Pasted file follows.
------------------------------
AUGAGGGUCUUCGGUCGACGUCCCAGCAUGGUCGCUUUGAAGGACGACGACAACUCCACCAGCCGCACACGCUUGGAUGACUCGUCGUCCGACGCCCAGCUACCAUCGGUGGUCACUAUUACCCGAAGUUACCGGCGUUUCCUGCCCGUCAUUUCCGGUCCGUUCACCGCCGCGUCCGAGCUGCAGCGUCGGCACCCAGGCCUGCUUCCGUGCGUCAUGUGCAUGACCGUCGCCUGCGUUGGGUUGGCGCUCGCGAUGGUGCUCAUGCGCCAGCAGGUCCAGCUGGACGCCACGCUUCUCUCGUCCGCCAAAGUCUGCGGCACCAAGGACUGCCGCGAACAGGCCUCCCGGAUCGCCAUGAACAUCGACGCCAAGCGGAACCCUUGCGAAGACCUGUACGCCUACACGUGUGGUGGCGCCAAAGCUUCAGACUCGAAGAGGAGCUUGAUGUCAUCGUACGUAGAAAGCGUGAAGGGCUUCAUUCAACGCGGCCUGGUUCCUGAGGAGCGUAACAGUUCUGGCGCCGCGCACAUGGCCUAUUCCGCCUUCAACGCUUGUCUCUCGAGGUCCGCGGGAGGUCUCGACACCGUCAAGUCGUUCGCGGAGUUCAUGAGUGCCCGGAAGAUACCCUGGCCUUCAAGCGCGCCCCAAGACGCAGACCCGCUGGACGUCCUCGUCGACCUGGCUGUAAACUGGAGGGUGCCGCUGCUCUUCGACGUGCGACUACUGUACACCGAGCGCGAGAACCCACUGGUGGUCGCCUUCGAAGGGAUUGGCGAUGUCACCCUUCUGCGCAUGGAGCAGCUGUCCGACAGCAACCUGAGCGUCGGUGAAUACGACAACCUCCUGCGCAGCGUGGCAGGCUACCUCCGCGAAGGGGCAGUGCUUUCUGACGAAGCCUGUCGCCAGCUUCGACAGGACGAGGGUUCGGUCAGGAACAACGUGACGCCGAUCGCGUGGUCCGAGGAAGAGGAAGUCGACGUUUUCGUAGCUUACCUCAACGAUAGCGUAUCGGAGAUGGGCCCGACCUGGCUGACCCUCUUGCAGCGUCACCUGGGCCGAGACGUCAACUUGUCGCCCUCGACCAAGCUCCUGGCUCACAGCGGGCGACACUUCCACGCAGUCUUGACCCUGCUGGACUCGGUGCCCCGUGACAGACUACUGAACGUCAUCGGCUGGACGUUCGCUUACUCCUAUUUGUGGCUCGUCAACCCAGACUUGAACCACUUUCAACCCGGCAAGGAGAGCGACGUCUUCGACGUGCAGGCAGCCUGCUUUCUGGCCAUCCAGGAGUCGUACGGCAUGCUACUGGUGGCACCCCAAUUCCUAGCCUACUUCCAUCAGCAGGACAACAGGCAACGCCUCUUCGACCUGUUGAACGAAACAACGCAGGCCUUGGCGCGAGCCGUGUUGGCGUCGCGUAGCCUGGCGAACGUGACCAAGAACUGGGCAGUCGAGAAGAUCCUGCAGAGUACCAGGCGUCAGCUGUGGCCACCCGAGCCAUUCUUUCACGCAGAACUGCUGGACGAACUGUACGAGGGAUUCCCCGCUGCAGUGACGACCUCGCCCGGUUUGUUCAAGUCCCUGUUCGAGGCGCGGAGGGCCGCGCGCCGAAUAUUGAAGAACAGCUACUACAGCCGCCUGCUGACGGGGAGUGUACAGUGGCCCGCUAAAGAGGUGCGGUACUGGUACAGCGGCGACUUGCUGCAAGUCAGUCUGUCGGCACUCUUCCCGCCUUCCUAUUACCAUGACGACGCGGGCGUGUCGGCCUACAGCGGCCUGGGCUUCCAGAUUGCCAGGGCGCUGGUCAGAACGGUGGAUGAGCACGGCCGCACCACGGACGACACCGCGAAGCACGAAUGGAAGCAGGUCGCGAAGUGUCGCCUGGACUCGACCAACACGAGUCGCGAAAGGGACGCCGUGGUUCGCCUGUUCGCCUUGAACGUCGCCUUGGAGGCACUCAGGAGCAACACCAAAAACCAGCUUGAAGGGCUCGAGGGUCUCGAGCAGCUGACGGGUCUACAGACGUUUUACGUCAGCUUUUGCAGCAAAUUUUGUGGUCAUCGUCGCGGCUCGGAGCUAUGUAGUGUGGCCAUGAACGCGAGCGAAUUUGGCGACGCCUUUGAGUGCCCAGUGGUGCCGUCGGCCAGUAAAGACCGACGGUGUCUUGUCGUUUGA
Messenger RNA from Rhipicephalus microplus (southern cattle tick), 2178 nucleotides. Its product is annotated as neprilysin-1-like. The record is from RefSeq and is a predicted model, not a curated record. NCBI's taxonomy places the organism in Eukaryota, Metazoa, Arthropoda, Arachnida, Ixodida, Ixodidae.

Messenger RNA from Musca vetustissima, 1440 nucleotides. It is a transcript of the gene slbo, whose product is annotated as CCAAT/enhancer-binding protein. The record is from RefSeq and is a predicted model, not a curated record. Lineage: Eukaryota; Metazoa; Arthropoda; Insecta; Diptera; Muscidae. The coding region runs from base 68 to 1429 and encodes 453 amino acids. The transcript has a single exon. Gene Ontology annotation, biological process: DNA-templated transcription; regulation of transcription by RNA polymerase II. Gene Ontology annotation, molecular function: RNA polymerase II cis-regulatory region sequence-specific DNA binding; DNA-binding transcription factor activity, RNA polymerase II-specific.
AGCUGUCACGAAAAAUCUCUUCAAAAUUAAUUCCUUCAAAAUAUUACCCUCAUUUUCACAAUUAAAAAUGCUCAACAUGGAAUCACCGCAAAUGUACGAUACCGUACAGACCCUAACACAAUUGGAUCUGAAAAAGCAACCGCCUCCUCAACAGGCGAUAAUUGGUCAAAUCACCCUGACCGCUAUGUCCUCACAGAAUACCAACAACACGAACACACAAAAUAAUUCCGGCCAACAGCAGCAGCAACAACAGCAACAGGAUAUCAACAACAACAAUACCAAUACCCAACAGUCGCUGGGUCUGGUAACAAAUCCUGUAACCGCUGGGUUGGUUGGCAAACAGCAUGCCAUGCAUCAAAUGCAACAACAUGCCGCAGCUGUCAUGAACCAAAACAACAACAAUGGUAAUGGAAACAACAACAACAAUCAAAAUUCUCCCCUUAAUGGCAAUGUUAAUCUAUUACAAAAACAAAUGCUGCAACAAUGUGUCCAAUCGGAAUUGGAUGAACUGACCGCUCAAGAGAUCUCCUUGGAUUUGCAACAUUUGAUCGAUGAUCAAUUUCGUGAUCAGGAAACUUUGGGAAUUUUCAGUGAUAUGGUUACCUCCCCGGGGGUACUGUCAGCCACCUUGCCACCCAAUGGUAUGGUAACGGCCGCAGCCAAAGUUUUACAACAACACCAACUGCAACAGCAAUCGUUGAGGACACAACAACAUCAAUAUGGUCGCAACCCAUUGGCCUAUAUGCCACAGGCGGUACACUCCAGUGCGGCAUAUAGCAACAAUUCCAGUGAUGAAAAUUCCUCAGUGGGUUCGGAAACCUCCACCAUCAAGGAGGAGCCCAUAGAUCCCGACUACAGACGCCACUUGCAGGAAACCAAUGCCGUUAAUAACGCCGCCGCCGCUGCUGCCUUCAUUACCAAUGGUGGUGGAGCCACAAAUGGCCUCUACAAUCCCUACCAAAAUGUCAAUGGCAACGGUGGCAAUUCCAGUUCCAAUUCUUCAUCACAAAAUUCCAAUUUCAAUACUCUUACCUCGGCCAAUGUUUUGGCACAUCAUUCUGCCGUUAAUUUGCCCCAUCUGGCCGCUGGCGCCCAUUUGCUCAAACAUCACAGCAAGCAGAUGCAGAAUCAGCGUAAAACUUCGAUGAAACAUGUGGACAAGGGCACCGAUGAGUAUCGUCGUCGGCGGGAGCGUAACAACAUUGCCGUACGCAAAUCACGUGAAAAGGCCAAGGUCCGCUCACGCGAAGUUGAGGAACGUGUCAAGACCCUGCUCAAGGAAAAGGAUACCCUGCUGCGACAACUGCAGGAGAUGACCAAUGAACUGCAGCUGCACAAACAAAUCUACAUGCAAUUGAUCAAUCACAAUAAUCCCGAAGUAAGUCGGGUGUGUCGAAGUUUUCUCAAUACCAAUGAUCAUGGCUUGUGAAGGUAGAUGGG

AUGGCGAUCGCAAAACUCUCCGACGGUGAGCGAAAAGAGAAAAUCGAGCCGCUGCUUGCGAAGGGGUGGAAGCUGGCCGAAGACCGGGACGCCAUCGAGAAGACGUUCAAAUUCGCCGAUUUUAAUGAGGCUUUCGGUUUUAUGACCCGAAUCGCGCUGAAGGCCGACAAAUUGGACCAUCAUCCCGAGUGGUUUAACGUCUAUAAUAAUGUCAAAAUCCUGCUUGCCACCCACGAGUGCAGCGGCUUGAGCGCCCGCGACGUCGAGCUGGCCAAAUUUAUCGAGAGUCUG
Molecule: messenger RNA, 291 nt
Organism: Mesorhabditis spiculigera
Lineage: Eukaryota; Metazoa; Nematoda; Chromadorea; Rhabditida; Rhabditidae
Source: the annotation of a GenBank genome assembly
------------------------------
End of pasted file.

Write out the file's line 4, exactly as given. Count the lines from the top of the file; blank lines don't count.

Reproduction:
AGCUGUCACGAAAAAUCUCUUCAAAAUUAAUUCCUUCAAAAUAUUACCCUCAUUUUCACAAUUAAAAAUGCUCAACAUGGAAUCACCGCAAAUGUACGAUACCGUACAGACCCUAACACAAUUGGAUCUGAAAAAGCAACCGCCUCCUCAACAGGCGAUAAUUGGUCAAAUCACCCUGACCGCUAUGUCCUCACAGAAUACCAACAACACGAACACACAAAAUAAUUCCGGCCAACAGCAGCAGCAACAACAGCAACAGGAUAUCAACAACAACAAUACCAAUACCCAACAGUCGCUGGGUCUGGUAACAAAUCCUGUAACCGCUGGGUUGGUUGGCAAACAGCAUGCCAUGCAUCAAAUGCAACAACAUGCCGCAGCUGUCAUGAACCAAAACAACAACAAUGGUAAUGGAAACAACAACAACAAUCAAAAUUCUCCCCUUAAUGGCAAUGUUAAUCUAUUACAAAAACAAAUGCUGCAACAAUGUGUCCAAUCGGAAUUGGAUGAACUGACCGCUCAAGAGAUCUCCUUGGAUUUGCAACAUUUGAUCGAUGAUCAAUUUCGUGAUCAGGAAACUUUGGGAAUUUUCAGUGAUAUGGUUACCUCCCCGGGGGUACUGUCAGCCACCUUGCCACCCAAUGGUAUGGUAACGGCCGCAGCCAAAGUUUUACAACAACACCAACUGCAACAGCAAUCGUUGAGGACACAACAACAUCAAUAUGGUCGCAACCCAUUGGCCUAUAUGCCACAGGCGGUACACUCCAGUGCGGCAUAUAGCAACAAUUCCAGUGAUGAAAAUUCCUCAGUGGGUUCGGAAACCUCCACCAUCAAGGAGGAGCCCAUAGAUCCCGACUACAGACGCCACUUGCAGGAAACCAAUGCCGUUAAUAACGCCGCCGCCGCUGCUGCCUUCAUUACCAAUGGUGGUGGAGCCACAAAUGGCCUCUACAAUCCCUACCAAAAUGUCAAUGGCAACGGUGGCAAUUCCAGUUCCAAUUCUUCAUCACAAAAUUCCAAUUUCAAUACUCUUACCUCGGCCAAUGUUUUGGCACAUCAUUCUGCCGUUAAUUUGCCCCAUCUGGCCGCUGGCGCCCAUUUGCUCAAACAUCACAGCAAGCAGAUGCAGAAUCAGCGUAAAACUUCGAUGAAACAUGUGGACAAGGGCACCGAUGAGUAUCGUCGUCGGCGGGAGCGUAACAACAUUGCCGUACGCAAAUCACGUGAAAAGGCCAAGGUCCGCUCACGCGAAGUUGAGGAACGUGUCAAGACCCUGCUCAAGGAAAAGGAUACCCUGCUGCGACAACUGCAGGAGAUGACCAAUGAACUGCAGCUGCACAAACAAAUCUACAUGCAAUUGAUCAAUCACAAUAAUCCCGAAGUAAGUCGGGUGUGUCGAAGUUUUCUCAAUACCAAUGAUCAUGGCUUGUGAAGGUAGAUGGG